Session Info

Hardware Keynote: The Multifaceted Impact of Memristors on Neuromorphic Systems

The Multifaceted Impact of Memristors on Neuromorphic Systems


Memristors, also known as resistive memories, are nanodevices that mimic artificial synapses and possess the potential to revolutionize neuromorphic design. This talk explores the transformative capabilities of memristors by examining their application in neuromorphic systems. While these technologies have matured sufficiently to enable the fabrication of complete systems, they present challenges due to their atomic-scale features, leading to a high degree of variability. Through examples of fabricated hybrid CMOS/memristor circuits, we demonstrate various techniques that allow neuromorphic systems to harness the benefits of memristors while mitigating their drawbacks. In the realm of analog neuromorphic systems, memristors serve as in-memory computational units. Their unpredictable behavior necessitates the use of dedicated programming strategies to achieve energy-efficient artificial intelligence. To illustrate this, we showcase a neural network for arrhythmia detection that maintains stable accuracy over an extended period of two months. Furthermore, we emphasize the potential of memristors in digital systems, which can yield low-power and highly robust systems capable of self-powered operation. We present a Bayesian machine that demonstrates near immunity to single-event upsets. Additionally, we describe a fabricated digital neural network consisting of 32,768 memristors powered by a miniature solar cell. This system seamlessly switches between exact and approximate computation depending on the available energy. Lastly, we delve into the realm of stochasticity, where memristor variability can be transformed into an advantage, driving superior efficiency and robustness. We showcase how this variability can enable neural networks to function as Bayesian neural networks capable of estimating prediction uncertainty. Furthermore, we demonstrate that memristor variability facilitates a form of Bayesian learning, particularly effective in situations with limited data.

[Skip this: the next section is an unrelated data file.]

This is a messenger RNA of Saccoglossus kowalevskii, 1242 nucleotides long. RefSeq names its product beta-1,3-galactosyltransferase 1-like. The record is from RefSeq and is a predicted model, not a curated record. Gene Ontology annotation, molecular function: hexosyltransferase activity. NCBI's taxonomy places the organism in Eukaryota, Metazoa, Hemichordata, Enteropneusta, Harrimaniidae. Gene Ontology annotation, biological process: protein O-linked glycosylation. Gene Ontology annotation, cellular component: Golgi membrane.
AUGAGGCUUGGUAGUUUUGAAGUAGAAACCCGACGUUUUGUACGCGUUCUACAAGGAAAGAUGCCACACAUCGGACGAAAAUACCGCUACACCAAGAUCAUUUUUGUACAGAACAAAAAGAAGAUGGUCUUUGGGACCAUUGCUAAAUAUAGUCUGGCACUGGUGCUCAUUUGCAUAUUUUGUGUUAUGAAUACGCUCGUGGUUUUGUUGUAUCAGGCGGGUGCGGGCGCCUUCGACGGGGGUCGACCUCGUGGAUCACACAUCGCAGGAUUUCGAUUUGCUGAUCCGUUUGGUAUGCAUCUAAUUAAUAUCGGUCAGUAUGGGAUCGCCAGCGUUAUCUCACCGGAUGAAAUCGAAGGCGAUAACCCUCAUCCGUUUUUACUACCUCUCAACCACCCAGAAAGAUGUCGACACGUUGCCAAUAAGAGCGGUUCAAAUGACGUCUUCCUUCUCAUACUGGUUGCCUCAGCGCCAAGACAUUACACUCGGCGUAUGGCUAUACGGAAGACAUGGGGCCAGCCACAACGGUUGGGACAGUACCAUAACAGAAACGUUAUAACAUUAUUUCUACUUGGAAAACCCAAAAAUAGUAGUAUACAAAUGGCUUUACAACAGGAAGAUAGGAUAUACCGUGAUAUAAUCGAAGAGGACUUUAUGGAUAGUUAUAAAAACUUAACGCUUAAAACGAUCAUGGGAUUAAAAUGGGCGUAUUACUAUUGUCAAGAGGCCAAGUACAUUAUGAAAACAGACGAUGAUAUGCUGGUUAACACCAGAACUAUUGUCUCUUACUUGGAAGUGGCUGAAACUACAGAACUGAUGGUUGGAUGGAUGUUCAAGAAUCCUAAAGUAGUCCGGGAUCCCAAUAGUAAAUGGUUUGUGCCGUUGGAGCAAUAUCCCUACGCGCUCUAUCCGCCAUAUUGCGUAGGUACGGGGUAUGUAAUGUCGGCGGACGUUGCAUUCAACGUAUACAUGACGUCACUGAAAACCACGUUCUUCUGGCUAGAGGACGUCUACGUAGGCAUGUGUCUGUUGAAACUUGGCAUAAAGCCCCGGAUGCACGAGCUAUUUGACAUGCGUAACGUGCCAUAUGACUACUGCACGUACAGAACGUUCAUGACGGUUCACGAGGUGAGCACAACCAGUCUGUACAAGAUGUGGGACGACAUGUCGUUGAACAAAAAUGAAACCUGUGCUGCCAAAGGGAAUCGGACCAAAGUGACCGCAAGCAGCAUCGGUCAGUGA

Dr. Damien Querlioz

Centre de Nanosciences et de Nanotechnologies of Université Paris-Saclay